Are you teaching in a school that recently went 1:1 or is about to go 1:1? Do you hate stacks of paper burying your desk after you give students a test? Do you want students to take tests on their devices? Do you hate it when your school’s photocopier jams? Do you want to reduce cheating on assessments?
If you answered “yes” to any of the above, read on. This is a visual tutorial for making an assessment with Google Forms. By the end of this post, you should be able to create an assessment and add questions from assessments you have in Microsoft Word and Google Doc formats. In part 2, I show you how to automatically grade paperless assessments in Google Forms.
To get started creating a Google Form, go to the Google Drive folder where you want to store the form and:
Checking “Shuffle question order” means the questions will appear in a different order for each student taking the test. This makes cheating during the test very difficult.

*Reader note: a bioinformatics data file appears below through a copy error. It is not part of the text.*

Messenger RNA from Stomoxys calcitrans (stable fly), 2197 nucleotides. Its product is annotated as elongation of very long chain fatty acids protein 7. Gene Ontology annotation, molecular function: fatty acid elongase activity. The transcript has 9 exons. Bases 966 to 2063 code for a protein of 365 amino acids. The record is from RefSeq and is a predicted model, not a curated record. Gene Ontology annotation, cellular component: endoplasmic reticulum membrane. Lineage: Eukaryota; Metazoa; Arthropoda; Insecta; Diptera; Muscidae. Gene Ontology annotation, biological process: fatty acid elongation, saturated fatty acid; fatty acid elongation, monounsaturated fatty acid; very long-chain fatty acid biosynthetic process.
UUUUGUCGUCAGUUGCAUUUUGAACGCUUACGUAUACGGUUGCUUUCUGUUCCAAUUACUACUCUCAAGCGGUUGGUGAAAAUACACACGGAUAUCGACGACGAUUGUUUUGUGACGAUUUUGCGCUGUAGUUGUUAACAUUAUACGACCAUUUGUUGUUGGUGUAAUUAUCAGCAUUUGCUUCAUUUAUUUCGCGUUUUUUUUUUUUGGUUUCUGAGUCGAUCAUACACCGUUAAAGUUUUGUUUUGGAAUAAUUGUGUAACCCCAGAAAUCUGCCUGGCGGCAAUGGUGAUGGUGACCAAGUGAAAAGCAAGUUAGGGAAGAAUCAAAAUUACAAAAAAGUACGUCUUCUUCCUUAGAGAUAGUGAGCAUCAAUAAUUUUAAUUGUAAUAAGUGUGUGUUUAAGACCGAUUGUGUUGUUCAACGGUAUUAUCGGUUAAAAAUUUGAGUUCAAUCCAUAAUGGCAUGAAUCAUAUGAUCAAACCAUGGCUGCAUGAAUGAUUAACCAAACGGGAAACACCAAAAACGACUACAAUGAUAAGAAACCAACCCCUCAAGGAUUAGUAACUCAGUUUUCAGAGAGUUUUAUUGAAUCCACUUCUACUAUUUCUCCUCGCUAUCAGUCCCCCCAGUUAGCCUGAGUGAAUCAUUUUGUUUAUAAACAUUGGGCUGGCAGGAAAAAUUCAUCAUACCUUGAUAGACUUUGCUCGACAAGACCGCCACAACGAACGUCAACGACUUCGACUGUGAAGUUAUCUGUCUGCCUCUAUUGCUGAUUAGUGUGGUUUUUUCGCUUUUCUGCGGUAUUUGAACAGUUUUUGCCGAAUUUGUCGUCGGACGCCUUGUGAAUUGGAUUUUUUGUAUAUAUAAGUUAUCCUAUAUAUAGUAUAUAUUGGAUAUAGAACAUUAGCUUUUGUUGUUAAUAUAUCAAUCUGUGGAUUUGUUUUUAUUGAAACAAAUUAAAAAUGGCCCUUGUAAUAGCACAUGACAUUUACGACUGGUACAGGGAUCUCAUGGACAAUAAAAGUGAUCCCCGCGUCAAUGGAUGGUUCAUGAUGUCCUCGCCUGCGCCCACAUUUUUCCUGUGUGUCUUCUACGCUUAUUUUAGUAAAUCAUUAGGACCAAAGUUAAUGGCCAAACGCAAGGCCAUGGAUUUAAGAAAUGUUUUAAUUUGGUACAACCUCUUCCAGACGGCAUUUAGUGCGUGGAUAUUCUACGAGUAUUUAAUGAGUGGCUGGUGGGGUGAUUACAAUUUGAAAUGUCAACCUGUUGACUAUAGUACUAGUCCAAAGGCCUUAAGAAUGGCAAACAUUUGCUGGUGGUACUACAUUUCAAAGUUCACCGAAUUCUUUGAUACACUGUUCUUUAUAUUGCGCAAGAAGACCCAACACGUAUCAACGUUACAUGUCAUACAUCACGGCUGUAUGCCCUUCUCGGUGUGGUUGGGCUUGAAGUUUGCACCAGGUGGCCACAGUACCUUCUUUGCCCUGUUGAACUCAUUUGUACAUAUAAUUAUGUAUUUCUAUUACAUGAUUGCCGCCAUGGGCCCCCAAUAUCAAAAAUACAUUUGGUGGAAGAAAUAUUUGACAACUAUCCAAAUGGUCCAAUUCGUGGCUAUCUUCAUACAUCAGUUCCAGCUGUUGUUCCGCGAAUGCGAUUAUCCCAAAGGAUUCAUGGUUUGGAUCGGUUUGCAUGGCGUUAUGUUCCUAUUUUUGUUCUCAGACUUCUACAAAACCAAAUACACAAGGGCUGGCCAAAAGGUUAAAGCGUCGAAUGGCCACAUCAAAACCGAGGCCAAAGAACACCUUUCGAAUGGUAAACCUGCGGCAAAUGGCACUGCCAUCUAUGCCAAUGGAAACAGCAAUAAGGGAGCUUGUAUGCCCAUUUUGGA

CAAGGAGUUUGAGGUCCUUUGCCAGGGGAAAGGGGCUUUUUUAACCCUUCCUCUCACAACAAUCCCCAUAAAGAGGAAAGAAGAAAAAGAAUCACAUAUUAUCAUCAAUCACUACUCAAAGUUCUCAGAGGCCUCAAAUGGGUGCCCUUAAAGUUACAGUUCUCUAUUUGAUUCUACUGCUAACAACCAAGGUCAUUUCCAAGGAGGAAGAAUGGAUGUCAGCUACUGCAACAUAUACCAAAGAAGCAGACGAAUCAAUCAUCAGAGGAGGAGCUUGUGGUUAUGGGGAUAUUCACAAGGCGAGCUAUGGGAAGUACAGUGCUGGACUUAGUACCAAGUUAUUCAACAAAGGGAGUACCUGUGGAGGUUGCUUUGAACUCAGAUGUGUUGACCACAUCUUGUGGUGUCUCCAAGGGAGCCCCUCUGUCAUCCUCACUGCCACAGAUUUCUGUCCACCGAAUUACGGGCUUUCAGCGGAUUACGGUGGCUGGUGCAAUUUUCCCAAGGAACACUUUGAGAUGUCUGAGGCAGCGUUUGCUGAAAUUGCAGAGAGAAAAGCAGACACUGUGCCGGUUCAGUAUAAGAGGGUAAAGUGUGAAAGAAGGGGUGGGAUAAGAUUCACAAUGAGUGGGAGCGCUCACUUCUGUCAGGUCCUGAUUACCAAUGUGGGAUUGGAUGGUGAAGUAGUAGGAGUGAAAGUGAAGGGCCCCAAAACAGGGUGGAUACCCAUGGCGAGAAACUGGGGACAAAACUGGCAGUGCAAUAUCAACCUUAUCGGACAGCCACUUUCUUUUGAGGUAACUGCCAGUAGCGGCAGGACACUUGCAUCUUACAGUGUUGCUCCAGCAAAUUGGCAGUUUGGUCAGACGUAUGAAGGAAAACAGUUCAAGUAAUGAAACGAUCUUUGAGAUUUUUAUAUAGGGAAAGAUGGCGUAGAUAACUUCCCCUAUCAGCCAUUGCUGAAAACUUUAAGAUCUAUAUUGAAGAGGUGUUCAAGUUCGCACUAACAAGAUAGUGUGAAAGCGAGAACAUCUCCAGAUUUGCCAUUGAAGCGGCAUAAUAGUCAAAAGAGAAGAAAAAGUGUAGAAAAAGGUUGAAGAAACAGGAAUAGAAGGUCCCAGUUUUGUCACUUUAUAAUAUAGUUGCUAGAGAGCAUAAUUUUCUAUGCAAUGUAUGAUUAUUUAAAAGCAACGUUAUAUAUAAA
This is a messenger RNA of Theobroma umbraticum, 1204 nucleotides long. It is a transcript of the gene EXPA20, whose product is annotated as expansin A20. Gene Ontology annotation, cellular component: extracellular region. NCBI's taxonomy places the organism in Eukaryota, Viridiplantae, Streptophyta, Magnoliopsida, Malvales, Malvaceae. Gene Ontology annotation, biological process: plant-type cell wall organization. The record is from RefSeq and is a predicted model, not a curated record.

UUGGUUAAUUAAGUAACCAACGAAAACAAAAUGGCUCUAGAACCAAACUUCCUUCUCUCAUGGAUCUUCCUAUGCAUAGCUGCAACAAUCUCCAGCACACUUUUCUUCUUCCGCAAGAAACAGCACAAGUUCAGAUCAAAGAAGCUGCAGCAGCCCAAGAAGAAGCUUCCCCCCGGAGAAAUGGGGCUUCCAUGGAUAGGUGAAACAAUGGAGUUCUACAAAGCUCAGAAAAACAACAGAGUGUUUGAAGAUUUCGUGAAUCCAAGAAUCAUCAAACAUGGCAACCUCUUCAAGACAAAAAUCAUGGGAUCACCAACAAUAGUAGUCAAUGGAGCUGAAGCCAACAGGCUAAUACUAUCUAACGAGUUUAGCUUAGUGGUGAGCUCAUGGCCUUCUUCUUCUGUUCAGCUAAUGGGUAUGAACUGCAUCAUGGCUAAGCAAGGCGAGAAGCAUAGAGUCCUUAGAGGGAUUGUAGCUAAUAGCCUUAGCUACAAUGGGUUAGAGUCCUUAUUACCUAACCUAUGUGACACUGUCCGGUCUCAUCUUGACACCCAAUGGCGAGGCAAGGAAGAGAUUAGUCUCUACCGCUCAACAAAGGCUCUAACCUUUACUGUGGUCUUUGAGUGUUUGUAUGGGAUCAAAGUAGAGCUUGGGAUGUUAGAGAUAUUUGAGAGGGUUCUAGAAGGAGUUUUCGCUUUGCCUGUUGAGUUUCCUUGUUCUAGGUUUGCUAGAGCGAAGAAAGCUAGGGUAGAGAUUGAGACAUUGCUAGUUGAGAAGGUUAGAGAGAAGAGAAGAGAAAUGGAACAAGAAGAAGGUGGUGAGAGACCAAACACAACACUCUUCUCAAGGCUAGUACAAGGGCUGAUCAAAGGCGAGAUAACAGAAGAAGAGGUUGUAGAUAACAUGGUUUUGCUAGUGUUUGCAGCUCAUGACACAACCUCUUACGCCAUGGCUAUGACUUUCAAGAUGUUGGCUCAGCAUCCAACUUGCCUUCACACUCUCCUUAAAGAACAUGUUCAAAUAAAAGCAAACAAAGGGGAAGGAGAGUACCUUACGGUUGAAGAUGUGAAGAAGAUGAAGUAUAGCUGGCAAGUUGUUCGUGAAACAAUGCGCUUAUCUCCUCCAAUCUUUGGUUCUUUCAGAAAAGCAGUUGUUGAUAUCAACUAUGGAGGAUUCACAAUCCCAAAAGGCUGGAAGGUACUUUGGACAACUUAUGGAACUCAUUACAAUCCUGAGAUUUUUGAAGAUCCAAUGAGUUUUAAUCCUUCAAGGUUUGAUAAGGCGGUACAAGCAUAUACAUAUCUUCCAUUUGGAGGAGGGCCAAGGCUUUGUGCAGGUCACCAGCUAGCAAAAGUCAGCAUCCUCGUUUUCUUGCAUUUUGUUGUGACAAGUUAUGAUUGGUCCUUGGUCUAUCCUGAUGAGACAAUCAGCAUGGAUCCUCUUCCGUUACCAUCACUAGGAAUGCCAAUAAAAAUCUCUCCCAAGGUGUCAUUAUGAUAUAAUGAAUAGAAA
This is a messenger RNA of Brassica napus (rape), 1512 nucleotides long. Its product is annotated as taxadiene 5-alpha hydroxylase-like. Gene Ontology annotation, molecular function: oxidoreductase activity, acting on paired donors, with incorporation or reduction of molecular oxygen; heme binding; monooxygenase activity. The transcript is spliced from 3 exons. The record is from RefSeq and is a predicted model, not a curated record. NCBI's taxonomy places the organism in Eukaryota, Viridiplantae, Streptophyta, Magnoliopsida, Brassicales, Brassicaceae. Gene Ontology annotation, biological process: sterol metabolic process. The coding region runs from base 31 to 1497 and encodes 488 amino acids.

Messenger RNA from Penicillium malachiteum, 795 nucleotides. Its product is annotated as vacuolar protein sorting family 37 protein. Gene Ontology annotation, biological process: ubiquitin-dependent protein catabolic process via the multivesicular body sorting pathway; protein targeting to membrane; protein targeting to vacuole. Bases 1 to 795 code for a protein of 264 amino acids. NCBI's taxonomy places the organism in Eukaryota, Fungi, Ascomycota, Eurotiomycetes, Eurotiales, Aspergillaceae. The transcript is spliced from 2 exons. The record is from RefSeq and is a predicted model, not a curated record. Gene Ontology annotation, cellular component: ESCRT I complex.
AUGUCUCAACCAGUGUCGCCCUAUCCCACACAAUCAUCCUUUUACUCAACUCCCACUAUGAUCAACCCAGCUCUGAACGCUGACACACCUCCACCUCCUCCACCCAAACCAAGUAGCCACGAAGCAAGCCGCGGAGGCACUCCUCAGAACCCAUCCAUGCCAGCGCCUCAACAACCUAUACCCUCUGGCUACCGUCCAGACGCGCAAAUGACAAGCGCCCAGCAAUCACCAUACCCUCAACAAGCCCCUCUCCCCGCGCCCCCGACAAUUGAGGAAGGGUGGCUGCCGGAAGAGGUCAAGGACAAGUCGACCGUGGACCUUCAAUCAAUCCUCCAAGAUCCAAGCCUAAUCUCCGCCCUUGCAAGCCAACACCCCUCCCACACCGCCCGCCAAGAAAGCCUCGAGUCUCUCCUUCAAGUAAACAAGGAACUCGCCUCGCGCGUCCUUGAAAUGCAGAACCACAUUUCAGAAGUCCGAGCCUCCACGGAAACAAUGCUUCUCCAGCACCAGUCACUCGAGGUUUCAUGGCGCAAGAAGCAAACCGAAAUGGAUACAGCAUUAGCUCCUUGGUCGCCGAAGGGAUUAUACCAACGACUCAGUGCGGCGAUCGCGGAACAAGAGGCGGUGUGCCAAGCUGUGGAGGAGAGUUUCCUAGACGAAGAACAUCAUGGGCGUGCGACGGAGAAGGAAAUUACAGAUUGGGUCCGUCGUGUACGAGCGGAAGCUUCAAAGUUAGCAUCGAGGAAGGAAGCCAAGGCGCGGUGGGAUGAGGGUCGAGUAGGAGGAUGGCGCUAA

My students use HP Chromebooks. The touchpads are sensitive. This causes students to accidentally submit forms before they have answered all questions. Making each question required prevents forms from being submitted until all questions have been answered.
Now that you have started entering questions into your form, here’s a suggestion: get rid of all numbers for the questions and letters for the answer choices. Those are relics of the Scantron era. In part 2, I will show you how to automatically grade your assessment. You won’t need numbers or letters. The absence of letters and numbers makes cheating harder. Additionally, to tell another student an answer, a cheater would have to state the question and the answer. Instead of saying “2 is b,” a cheating student is re-teaching content!
Once you have entered your questions, get your form ready for students’ eyes:
Your form will open in a new tab.
After students have taken the assessment:
The answers, on a Google Sheet, appear in a new tab:
This is where I will end this post. Now you should be able to create a form and view answers. In the second post, I demonstrate how to use Flubaroo to easily grade the assessment and give students fast feedback. If you have any questions about Google Forms for assessment, please comment below or send me a tweet at @tmullaney23.